In 1993, a violent siege put Waco on the international map and on the tip of everyone’s tongue as the cult capital of the world.
A compound belonging to the group Branch Davidians (a sect that separated in 1955 from the Seventh-day Adventist Church) was visited by the Texas Police as members were suspected of weapons violations. A search and arrest warrant was obtained and authorities attempted to raid the ranch. An intense gun battle erupted, resulting in the deaths of four government agents and six Branch Davidians.
Upon the failure to raid the compound, a standoff with the FBI lasted 51 days. Eventually, the FBI launched a tear gas attack in an attempt to force the Branch Davidians out of the ranch. During the attack, a fire engulfed Mount Carmel. In total, 76 people died including the leader, David Koresh. Much controversy remains as to the actual events of the siege and the fire and although an investigation in 2000 declared that sect member had started the fire themselves, many accounts point to evidence that it was caused by the FBI.
Continuing my interest for ‘Dark Tourism’, the Waco site has been somewhere I’ve always wanted to see. I remembered the live news broadcasts each night from Waco and being shocked at how heavy handed both sides were. I knew that the place had burnt to the ground and not much was left but many visitors wrote about it being an eerily creepy place with a stagnant swimming pool being all that remains at the site.
I’d come very close to Waco while filming for BBC Religion a few years back, but unfortunately the schedule didn’t allow time for a trip. This time I was determined…
MOUNT CARMEL, WACO, TX
I set an alarm and had a basic breakfast at the hotel, to be honest I was still feeling quite full from the 4 meals on the flight!
The drive to Mount Carmel was about 20 minutes and the Sunday roads were dead. I felt nervous as I turned onto Double EE Ranch Road and imagined the hundreds of news crews and satellite trucks vying for the optimum position 24 years earlier.
I’d read that although access wasn’t welcomed, it was tolerated between 09h00 and sunset if the gates were open. I drove past several ranches, then the fields opened out and on the right hand side was a new wall and ornate metal fence. This had to be it. Sure enough, when I got to the gates (which were fortunately open) it was obvious it was the Branch Davidian massacre site. Signs warned of ‘No Trespassing’, ‘Keep Out’ and ‘Beware Of The Dog’.
I drove in slowly, pass the memorial and followed the dirt track into the ranch. There was no-one around and it was eerily silent, just the sound of birds. After a couple of hundred metres I reached a building which a sign explained was the new church on the exact site of the old compound. Next to it was a stagnant 16ft deep swimming pool, the only thing that survived the fire. I got out to explore.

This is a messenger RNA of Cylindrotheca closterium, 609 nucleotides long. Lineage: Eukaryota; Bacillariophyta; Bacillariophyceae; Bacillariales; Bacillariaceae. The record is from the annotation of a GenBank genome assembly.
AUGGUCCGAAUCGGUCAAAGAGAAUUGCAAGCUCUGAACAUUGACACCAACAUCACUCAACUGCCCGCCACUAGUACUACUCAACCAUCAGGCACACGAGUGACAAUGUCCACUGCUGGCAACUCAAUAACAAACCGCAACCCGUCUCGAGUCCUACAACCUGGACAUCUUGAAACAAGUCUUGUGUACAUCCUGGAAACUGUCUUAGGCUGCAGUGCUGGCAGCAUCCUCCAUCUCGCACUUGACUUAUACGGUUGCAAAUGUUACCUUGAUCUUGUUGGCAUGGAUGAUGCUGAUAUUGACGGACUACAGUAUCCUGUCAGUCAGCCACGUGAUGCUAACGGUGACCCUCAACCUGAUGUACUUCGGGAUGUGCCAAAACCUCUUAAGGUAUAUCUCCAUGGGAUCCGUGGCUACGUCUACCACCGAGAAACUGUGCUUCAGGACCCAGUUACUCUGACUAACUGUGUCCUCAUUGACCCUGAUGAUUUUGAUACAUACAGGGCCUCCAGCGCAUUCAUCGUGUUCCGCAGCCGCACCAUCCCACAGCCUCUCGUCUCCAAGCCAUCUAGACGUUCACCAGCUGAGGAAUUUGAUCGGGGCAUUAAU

The church had propaganda leaflets explaining why the US Government instructed Delta Force to storm and kill all the cult’s followers. I put one in my pocket and wandered round to the imposing pool. I was absorbed in taking photos and hadn’t noticed a large white dog, angrily barking and running towards me. It was uncomfortably close and I ran towards the car fumbling for my keys to open the door. It was a close call; I jumped in and slammed the door just as the guard dog was about 6ft away from me.
I had most of the photos I wanted and went back to the safety of the memorial. The dog didn’t follow and sat barking in front of the church. It was interesting to notice how many of the 76 people that perished in the fire were from England, I’d say a good 20% of the followers were.
Whilst it’s good that this hasn’t been turned into a macabre tourist attraction, I would have liked to learn a little more on the events of those fateful 2 months. I left, wondering and with more questions than when I’d arrived.
DR PEPPER, WACO, TX
The next landmark I planned was a short 20 minute drive back to Downtown Waco. Although most people think of the dreadful events of 1993 when they hear ‘Waco’, it’s actually famous for being the town that invented Dr Pepper and was the home of the first bottling plant.
Charles Anderton perfected the drink around 1885, a year before Coca Cola. It’s a secret blend of 27 flavours and was originally called a ‘Waco’ before being launched internationally in 1904 as Dr Pepper.
The site no longer bottles or manufactures, but it is administrative offices and a museum. I didn’t have time to go round but took some quick photos outside.
FORT STOCKTON, TX
My final location of the day was 6 hours West to Fort Stockton. The drive took me high through the mountains and into clouds, for miles and miles there was nothing but oil field with drilling rigs small and large everywhere. The air stank of oil.
In Fort Stockton, there was a giant Roadrunner statue, the mascot of the city. It stands at the main junction, over 22ft high. Don’t ask; I’ve absolutely no idea!